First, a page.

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Restoration of Confederate monuments continues in GA

August 15, 2011

The Georgia Division of the Sons of Confederate Veterans is continuing with an aggressive effort to restore Confederate monuments and historical markers around the state, as well as erecting additional ones.

One of the monuments that has been restored thanks to these efforts is the Confederate Lt. General Leonidas Polk Monumenton located at Pine Mountain in Cobb County.

polk before
Polk Monument Before Restoration

polk after
Polk Monument After Restoration

Saturday June 21, 2011 saw the 147th anniversary of the death of Bishop and Confederate Lt. General Leonidas Polk commemorated by members of the Georgia Division, Sons of Confederate Veterans and interested citizens.

The spot General Polk fell on June 14, 1864 , was marked by a marble shaft.  In the century since the shaft was completed and dedicated, it has suffered from time, pollution and even vandalism.

Subscribed on the monument is the following:

Who fell on this spot. June 14, 1864
Folding his arms across his breast, he stood gazing on the scene below, turning himself around as if to take a farewell view. Thus standing a cannon shot from the enemy’s guns crashed through his breast, and opened a wide door through which his spirit took its flight to join his comrades on the other shore. Surely the earth never opened her arms to allow the head of a braver man to rest upon her bosom. Surely the light never pushed back to make brighter the road that leads to the lamb. And surely the gates of heaven never opened wider to allow a more manly spirit to enter therein. Erected by J. Gid and Mary J. Morris. 1902

“The monument was restored by historical conservation and restoration experts who have been entrusted with much the work at the Arlington National Cemetery” stated Martin O’Toole of the General Leonidas Polk Camp of Smyrna, Sons of Confederate Veterans. O’Toole further explained, “The funds used for this restoration project came from the Sons of Confederate Veterans specialty auto tag license fees of which a portion of the fees goes back to the non-profit organization to help fund these types of projects. Our specialty tags are available to anyone in the State just by requesting one at your local tag office. The Sons of Confederate Veterans are erecting and restoring monuments, replacing and marking Confederate tombstones through-out the State.”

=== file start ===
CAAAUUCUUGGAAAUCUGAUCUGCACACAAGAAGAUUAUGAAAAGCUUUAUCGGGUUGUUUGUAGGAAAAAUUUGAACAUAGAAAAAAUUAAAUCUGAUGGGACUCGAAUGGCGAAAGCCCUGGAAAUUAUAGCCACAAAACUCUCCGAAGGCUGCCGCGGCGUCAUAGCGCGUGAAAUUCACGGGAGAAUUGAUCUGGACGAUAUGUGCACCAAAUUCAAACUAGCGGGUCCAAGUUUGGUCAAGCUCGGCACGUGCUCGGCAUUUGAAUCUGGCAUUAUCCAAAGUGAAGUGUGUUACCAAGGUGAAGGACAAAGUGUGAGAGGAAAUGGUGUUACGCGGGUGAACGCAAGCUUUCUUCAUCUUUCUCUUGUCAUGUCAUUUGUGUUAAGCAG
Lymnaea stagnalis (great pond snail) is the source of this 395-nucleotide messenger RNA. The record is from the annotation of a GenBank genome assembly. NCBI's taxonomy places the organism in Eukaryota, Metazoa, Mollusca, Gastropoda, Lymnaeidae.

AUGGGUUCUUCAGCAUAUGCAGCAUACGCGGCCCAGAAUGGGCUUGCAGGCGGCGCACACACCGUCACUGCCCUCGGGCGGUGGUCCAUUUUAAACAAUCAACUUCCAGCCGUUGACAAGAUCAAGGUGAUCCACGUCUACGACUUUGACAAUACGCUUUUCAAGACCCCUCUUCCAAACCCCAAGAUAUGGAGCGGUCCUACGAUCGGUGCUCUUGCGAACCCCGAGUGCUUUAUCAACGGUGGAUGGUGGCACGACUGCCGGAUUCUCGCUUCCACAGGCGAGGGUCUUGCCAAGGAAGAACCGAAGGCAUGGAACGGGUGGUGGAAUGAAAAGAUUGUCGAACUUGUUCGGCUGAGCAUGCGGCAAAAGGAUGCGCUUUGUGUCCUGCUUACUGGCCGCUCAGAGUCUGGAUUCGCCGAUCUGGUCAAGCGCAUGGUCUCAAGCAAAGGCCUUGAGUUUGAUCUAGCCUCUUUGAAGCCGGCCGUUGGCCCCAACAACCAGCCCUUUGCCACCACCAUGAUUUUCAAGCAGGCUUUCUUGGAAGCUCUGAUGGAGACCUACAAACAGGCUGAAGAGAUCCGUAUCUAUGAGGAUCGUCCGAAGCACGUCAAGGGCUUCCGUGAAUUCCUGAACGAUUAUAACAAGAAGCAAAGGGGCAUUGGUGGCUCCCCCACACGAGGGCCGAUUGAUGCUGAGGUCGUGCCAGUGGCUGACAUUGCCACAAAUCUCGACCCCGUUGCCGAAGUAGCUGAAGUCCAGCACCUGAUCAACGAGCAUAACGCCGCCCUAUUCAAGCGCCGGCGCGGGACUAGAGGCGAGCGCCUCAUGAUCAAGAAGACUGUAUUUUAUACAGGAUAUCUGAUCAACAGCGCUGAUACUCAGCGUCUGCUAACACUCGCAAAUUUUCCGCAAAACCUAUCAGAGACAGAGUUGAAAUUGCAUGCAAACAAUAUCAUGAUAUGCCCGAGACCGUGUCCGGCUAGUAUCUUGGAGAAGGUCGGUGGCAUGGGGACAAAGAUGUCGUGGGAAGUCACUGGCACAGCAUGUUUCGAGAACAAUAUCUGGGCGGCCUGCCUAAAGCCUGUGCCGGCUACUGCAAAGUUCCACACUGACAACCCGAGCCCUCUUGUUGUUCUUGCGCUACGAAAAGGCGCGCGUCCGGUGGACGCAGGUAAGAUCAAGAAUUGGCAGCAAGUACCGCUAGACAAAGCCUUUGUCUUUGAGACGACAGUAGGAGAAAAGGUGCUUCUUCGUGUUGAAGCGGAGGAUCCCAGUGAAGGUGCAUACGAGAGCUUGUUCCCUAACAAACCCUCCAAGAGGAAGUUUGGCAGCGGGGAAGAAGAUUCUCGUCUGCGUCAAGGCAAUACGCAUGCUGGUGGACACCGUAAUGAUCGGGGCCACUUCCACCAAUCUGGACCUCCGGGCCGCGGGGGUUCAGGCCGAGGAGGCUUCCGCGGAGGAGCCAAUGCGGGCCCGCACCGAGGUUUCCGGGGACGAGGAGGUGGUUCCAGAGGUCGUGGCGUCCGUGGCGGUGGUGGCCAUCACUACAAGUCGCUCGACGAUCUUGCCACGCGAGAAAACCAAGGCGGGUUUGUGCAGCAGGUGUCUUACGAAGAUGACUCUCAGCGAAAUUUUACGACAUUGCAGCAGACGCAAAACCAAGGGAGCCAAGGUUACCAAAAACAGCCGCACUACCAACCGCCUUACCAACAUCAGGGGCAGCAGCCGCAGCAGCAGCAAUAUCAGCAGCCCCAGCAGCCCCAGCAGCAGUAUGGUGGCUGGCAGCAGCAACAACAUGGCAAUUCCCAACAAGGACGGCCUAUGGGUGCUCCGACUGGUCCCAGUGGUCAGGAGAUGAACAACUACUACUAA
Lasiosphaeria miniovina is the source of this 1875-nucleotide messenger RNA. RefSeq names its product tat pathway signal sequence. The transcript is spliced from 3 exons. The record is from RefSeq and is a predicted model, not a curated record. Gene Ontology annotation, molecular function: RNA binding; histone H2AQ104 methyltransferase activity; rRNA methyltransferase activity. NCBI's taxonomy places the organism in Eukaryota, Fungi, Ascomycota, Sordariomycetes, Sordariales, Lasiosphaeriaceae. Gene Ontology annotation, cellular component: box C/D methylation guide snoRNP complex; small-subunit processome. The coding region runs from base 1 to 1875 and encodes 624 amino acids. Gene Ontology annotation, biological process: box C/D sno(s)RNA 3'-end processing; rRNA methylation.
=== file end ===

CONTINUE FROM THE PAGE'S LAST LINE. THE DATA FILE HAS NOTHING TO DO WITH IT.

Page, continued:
Georgia Division Commander, Jack Bridwell, remarked, “We are stepping up our efforts as part of the commemoration of the sesquicentennial of the War Between the States, the 150th anniversary of one of the most defining periods in our nation’s history. We are looking forward to the completion of a number of similar projects over the next several months .”

On June 14, 1864, General Polk, who also served as an Episcopal Bishop,  placed several religious tracts in his coat pocket and traveled to Pine Mountain in Cobb County, Georgia (near Kennesaw) to meet Generals William Hardee and Joseph Johnston, his commander. The observation position was exposed and only the day before General Patrick Cleburne had been forced to make a speedy retirement when he was fired upon.  On this day, the infamous Union General William T. Sherman looked up and spotted the group of officers surveying his lines.  He ordered artillery to fire upon them. Johnston and Hardee escaped unharmed, but a solid 3 inch shell struck General Polk in the chest, killing him instantly.  “The Fighting Bishop” Polk was enormously popular both as a General and as a spiritual leader in the Confederate Army and his death was felt across the South.  In 1902, the marker of marble was erected on the very spot where General Polk fell.  Among those attending the dedication of the marker were many of Polk’s veterans and General William Phillips, commander of Phillip’s Legion.

Interviews with SCV historians and spokesmen, as well as living history presentations, may be arranged by phone at 1-866-SCV-in-GA or online at www.GeorgiaSCV.org.

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  • Dillin Weeks

    Just what my home state of Georgia is doing to preseve history.

  • Keith Laney

    I’m glad to see that this Confederate monument is being restored in Yankee invaded Cobb County, where the Yankees living there would rather see it removed. This weekend, I’m going to get some pictures of roadside historical markers in Cobb County and send them to Michael for him to post.


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